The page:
Scott Drotar Working Healthy
The Working Healthy Program is designed for people who are disabled, but still would like to work without losing their Medicaid benefits.

For many disabled people, these strict financial requirements you must meet in order to receive Medicaid benefits are a major, and possibly insurmountable, obstacle that prevent them from getting services. In my case for example, I am severely, physically disabled and could never afford all of my medical expenses, but I can still work and earn money despite my limitations. In some states, the financial eligibility criteria would force me, and others like me, to choose between working, making a living, and contributing to society without any Medicaid benefits and not working, sitting at home, and living on disability checks with benefits. Basically, either way I end up broke and sitting at home living off the government waiting to die. You surely agree that neither of these options is especially appealing, and thankfully there are some states, like Kansas, that have started Medicaid programs to give people like myself a third choice. I am able to work, actually earn and save some money (I cannot save a lot), and still receive Medicaid services thanks to a program called Working Healthy. Under the Working Healthy Program, if you are medically eligible for benefits, but are still able to work at least part time, you can still receive benefits, so long as you do not accrue too much wealth ($15,000 in liquid assets and roughly $35,000 earned a year in Kansas). This is a wonderful program as it is a winning situation for everyone involved. I get to lead a happy, fulfilling life as a functioning member of society without having to give up my Medicaid benefits, my employer gets a good employee who helps his business, I pay taxes on the money I earn that helps the government, and the government can then put more money into Medicaid funding. Everyone who is involved gains something through this program, and this is obvious by the number of other states that have adopted similar options. I know Kansas was the first state to start this type of coverage roughly a decade ago, and now more than 13 states have developed similar programs.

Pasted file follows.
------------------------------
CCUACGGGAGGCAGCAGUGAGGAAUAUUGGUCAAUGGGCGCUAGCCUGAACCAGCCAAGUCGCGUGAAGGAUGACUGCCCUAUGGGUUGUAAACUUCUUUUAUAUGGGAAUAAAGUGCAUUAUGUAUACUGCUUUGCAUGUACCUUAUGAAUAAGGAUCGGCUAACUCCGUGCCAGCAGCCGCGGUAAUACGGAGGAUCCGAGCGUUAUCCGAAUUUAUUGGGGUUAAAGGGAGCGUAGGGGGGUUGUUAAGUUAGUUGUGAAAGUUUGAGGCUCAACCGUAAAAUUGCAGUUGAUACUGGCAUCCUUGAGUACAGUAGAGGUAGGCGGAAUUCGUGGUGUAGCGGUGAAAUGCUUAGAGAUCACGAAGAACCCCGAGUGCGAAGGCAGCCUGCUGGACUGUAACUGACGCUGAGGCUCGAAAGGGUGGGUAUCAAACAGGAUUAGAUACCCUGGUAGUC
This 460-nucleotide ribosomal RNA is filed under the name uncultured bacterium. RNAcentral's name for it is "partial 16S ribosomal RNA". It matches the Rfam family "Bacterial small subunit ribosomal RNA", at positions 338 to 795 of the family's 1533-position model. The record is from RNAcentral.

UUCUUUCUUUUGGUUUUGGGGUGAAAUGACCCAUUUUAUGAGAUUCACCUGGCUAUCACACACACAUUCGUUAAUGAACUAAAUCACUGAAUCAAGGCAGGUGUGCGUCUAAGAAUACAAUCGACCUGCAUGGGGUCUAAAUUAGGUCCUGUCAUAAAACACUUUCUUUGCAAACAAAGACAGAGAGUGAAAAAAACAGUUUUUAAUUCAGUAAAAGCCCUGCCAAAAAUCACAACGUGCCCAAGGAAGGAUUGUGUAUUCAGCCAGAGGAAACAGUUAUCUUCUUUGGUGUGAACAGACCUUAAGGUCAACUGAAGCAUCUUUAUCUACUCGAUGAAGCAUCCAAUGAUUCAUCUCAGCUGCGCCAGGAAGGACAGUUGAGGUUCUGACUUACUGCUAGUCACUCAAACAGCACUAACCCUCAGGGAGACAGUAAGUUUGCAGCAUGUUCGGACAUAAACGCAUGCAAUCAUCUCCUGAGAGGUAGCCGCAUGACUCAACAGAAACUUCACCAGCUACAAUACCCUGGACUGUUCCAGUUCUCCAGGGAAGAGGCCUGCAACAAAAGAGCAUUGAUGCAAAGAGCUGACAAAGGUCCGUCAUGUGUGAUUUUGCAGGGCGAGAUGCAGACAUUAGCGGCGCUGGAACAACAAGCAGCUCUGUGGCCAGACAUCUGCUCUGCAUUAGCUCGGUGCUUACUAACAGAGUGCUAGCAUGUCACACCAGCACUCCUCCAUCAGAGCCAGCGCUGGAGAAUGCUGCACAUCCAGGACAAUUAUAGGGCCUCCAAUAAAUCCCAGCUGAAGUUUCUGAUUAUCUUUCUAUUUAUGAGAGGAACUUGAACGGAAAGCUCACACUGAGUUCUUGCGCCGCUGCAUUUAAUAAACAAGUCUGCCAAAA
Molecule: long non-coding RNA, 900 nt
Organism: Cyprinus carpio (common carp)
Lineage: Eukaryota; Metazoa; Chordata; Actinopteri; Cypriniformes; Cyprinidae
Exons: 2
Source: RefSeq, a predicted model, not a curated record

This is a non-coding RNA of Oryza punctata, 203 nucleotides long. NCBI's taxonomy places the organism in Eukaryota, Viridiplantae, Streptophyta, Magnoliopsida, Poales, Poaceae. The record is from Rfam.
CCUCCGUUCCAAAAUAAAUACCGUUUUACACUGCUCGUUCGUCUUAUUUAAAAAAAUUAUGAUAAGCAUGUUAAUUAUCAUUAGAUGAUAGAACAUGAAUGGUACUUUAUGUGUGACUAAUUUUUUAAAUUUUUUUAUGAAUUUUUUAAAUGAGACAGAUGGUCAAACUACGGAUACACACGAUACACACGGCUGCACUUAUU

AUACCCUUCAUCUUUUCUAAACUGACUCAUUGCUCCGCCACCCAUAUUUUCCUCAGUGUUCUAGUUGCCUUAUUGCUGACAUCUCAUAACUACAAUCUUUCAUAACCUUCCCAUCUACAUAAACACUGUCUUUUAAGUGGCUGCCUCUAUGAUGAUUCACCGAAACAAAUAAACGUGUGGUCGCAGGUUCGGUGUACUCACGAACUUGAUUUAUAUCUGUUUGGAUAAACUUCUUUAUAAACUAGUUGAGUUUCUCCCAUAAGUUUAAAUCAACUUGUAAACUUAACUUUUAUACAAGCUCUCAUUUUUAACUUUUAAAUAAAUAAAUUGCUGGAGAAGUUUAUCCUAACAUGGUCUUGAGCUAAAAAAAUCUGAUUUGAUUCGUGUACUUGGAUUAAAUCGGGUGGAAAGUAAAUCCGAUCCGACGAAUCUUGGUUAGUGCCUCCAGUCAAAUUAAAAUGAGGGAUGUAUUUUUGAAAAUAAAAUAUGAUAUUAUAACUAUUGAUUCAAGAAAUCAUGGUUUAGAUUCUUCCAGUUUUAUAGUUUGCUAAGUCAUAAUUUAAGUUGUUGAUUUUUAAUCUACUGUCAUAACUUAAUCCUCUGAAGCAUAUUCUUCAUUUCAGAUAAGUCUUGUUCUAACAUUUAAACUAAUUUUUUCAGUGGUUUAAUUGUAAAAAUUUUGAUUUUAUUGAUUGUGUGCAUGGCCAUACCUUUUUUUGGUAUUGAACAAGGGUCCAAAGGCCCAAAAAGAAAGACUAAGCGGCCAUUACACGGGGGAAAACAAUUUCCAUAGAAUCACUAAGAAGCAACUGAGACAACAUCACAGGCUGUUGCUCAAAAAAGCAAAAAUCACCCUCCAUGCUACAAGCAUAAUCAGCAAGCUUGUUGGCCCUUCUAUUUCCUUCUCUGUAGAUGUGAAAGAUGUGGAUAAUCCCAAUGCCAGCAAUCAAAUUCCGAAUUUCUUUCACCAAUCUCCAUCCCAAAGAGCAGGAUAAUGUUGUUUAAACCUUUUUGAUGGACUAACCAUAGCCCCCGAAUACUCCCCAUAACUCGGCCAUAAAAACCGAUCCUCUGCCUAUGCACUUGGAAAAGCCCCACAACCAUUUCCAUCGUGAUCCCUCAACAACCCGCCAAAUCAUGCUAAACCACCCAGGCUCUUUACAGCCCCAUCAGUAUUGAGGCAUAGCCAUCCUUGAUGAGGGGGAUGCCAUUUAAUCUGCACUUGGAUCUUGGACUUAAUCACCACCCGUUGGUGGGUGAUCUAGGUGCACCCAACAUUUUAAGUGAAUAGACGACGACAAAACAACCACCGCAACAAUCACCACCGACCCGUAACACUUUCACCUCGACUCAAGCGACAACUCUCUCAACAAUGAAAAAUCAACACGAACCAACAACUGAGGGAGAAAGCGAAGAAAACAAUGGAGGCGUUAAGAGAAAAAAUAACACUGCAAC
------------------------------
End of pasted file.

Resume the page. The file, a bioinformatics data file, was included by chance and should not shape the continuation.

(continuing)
We are finally through our “brief, simple” discussion of what Medicaid is and the eligibility criteria for receiving these benefits. As you can already see from how much information you have just covered, this is an extremely complicated topic. My head is practically spinning from covering all of this federal bureaucracy, so I am sure that you are mentally saturated as well. So that we can both give our full attention to the rest of the information on Medicaid still left to discuss, I am going to stop here and finish our conversation in the next post in this series. In fact, this whole notion of the complex nature of these medical assistance programs is actually a topic that will be discussed in that article, when we cover more obstacles to receiving these services. We will not only discuss the obstacles, but also the benefits that the Medicaid program can provide the disabled community to improve their lives.

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“We Have The Technology.”

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Scott Drotar Microchip
I have always had a fascination and curiosity for technology and anything with a microchip.